Reviews and recommendations are unbiased and products are independently selected. Postmedia may earn an affiliate commission from purchases made through the links on this page.
Public art that resonates with the people gives life to the city. Consider Chicago’s Millennium Park’s ‘Cloud Gate’ – or ‘The Bean’, as artist Anish Kapoor’s luminous sculpture is called.
Made of 168 reflective steel plates, the giant legume-shaped work is a popular spot for taking selfies.
In fact, The Bean is the most visited attraction in the Midwest, attracting five million people annually. In 2017, it was the number one tourist destination in Chicago and was placed among the top 10 places to visit in the United States.
Bean’s presence has made Millennium Park’s impact, Mark McClelland, co-founder of Australia’s Cultural Capital and sculptor himself, wrote in his blog on mcclelllandstudio.com: “In the short time since the park’s inception, it is estimated that a $10 billion real estate development has been undertaken in …close to a park that (s) benefits from the improved views and amenities it creates.”
In short, enjoying a view of The Bean is no different than seeing the Eiffel Tower from your window. Could this type of cashmere associate itself with a public art project in a Toronto apartment?
It certainly could give the apartment a standout: Think Safe Hands, the 88-foot-tall steel sculpture by industrial designer Ron Arad climbing the exterior of One Bloor in the Great Gulf; Or the “rise” of Zhang Huan, the ominously tangled flock of birds around living in Shangri-La at the university south of Richmond.
Concord City is another location filled with public art installations. “The Red Canoe” by Douglas Copeland, in Canoe Landing Park, overlooks the Gardiner Expressway west of Spadina. It was such a hit that people climb inside, probably to watch the traffic.
Behind the Concorde Buildings, Karen Mills. Artistic coordinator and general technical advisor at Concord Adex has spent five decades in the art world, and the past 23 decade with Concord. She also noted the success of Copeland’s “Popper Plaza” at CityPlace.
“You have these giant fishing floats and water fountains that are thriving,” says Mills, who was also the liaison for Kapoor’s first lot in Toronto, in 1995, “The Mountain” at Simcoe Place. “When you watch kids and dogs running in Bobber Plaza, it’s hysterical.”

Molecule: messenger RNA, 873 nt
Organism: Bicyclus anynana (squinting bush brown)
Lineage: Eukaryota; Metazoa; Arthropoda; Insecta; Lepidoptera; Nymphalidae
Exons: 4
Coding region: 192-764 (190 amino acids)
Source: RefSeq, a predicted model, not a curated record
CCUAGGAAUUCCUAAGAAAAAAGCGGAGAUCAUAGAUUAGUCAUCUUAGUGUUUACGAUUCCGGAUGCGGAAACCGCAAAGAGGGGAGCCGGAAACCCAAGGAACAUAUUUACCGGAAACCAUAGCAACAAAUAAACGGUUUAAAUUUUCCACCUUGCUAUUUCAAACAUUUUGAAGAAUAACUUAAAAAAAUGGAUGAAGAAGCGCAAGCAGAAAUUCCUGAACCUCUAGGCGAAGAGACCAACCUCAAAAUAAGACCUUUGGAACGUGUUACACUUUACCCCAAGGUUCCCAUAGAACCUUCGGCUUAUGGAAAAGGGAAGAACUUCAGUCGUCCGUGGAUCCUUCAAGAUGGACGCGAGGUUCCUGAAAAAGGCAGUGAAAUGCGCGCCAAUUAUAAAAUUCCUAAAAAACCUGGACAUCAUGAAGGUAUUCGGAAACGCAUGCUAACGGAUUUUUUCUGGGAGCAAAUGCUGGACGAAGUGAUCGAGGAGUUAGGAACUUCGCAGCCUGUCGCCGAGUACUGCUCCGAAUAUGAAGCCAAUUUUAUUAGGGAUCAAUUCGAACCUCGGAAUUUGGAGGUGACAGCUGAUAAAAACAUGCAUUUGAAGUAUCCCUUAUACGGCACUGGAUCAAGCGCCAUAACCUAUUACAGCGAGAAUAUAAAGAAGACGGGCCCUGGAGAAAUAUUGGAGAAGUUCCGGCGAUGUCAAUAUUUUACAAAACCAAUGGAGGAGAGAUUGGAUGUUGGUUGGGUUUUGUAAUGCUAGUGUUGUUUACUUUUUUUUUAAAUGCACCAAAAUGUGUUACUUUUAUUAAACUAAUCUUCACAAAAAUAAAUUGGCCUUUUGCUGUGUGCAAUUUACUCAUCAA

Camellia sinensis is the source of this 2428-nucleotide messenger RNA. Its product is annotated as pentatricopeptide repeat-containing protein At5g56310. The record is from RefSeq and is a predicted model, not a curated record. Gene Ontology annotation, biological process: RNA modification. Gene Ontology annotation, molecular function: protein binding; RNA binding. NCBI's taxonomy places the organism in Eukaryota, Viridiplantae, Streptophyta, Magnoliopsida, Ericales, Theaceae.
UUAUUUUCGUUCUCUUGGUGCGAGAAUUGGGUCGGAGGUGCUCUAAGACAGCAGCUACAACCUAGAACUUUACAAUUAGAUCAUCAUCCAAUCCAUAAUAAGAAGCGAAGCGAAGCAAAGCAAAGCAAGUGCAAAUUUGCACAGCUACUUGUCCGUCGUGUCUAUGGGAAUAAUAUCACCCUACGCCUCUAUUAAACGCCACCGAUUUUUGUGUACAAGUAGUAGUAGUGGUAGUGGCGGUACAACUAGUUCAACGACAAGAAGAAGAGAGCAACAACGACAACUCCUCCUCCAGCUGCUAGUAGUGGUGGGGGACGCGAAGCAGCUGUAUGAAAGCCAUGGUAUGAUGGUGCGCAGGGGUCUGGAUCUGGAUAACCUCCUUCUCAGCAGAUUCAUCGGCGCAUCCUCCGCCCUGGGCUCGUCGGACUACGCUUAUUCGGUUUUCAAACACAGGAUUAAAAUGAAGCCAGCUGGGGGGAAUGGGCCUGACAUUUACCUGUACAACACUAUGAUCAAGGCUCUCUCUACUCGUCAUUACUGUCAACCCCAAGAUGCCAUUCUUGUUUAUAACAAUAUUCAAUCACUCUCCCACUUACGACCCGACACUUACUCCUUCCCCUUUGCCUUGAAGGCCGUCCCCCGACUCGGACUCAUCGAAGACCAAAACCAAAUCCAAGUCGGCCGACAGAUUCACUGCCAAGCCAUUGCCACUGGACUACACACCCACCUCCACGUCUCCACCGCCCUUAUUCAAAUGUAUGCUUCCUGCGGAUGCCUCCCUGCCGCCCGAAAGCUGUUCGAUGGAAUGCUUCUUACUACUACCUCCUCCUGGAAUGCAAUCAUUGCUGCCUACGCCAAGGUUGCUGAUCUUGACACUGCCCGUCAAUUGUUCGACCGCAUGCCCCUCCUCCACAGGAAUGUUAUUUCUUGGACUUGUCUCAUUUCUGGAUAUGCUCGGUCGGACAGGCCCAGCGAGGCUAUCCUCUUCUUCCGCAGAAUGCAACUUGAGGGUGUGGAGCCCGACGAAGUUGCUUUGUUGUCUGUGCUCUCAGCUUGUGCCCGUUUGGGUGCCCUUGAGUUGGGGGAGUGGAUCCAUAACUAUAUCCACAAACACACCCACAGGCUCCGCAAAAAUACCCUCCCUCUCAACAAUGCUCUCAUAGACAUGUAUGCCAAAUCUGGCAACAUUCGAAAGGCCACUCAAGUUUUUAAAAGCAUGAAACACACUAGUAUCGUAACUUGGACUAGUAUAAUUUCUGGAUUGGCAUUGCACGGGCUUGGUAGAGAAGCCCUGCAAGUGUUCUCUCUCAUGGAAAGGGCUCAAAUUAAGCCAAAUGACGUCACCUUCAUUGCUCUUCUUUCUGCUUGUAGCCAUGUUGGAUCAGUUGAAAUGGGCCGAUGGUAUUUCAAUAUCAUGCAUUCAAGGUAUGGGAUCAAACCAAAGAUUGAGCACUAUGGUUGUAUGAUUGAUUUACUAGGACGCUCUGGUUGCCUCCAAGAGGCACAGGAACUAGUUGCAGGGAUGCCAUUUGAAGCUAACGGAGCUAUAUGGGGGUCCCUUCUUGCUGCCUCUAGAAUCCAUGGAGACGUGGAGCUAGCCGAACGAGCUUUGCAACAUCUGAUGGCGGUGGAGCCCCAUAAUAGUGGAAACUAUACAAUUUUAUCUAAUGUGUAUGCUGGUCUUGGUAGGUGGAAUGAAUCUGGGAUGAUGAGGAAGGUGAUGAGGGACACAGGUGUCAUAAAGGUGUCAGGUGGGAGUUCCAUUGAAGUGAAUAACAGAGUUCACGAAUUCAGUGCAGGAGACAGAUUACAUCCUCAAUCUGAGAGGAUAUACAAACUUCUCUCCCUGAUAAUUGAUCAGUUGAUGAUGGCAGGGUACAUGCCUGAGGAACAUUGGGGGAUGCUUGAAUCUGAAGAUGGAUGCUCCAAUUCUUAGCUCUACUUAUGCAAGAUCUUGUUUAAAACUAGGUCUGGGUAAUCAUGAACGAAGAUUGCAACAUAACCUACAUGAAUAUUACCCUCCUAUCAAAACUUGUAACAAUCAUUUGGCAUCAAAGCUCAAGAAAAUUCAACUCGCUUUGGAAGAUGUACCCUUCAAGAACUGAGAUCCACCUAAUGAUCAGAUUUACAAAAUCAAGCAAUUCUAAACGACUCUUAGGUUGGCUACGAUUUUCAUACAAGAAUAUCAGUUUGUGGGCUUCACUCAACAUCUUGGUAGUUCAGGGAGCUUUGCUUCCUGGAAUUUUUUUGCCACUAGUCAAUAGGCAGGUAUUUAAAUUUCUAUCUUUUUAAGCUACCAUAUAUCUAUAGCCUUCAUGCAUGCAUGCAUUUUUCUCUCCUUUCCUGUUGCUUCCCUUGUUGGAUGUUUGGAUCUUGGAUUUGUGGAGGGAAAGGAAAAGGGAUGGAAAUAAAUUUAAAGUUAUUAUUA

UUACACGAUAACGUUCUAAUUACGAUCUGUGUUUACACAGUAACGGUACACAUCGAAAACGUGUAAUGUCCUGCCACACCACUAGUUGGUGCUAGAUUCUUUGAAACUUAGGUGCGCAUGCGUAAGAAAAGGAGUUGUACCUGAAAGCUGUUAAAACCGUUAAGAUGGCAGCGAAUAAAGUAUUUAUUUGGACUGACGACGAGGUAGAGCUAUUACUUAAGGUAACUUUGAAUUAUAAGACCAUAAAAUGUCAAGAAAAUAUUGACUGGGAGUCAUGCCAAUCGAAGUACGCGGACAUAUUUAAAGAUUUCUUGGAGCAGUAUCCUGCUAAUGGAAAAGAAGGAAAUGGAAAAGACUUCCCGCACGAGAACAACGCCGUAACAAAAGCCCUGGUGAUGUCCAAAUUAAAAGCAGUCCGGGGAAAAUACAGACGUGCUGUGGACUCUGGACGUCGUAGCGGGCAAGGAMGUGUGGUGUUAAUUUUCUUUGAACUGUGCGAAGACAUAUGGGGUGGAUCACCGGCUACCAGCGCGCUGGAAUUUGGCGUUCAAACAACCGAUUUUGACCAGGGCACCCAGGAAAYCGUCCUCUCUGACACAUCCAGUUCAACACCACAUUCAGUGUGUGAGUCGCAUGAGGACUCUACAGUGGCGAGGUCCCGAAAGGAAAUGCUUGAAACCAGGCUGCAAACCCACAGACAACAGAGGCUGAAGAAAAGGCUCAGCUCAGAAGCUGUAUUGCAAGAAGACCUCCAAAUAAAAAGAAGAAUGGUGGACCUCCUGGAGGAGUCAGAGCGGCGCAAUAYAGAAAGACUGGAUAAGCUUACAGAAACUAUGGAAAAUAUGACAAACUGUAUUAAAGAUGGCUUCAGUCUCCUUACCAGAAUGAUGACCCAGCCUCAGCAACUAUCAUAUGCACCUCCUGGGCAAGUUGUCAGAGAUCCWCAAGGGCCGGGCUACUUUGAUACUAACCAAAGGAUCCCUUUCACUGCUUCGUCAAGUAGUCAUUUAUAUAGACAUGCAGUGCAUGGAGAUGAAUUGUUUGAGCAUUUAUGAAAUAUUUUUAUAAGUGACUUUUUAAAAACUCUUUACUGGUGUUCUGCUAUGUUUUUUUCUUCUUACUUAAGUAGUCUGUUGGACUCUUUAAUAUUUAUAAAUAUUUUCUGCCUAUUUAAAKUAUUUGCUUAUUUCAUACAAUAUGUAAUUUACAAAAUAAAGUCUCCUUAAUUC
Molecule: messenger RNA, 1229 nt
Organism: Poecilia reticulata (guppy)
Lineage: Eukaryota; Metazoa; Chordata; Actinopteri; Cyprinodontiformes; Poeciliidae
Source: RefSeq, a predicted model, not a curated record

Mills says that public art does not have to be esoteric. It refers to the collection of works in ArtWalk. The program will help launch Concord’s Park Place, a 45-acre master planned community coming to North York. There will be 20 residential towers on the project, along with the largest critical mass for public art of its kind in Ontario.
Over 20 items are currently on display. ArtWalk participants can meander down a cobbled path – taking about 20 minutes or so – to immerse themselves in art along the way. There are explanatory banners with each artwork, along with QR codes that allow users to explore them further via a treasure map-style app called Eventzee.
“We made short documentaries like in a museum to explain everything,” Mills says. “You can hear the artists talking about their work, and it’s not full of artistic talk.”
As for how the plots are chosen, Mills says, “Park Place towers are grouped around a large central park. We wanted to commission a work of art that had a strong sense of the earth.”
“Peacemaker’s Boat” for example by Mohawk artist Guy Havens is a reflection in every sense of the word. The faceted statue is as striking as a huge elongated diamond.
“About a year ago, he got money from Waterfront Toronto to do a temporary installation that would float in the harbor,” Mills says. “Jay and I were talking and I said, ‘What happened to the boat?'” Do you sell it? “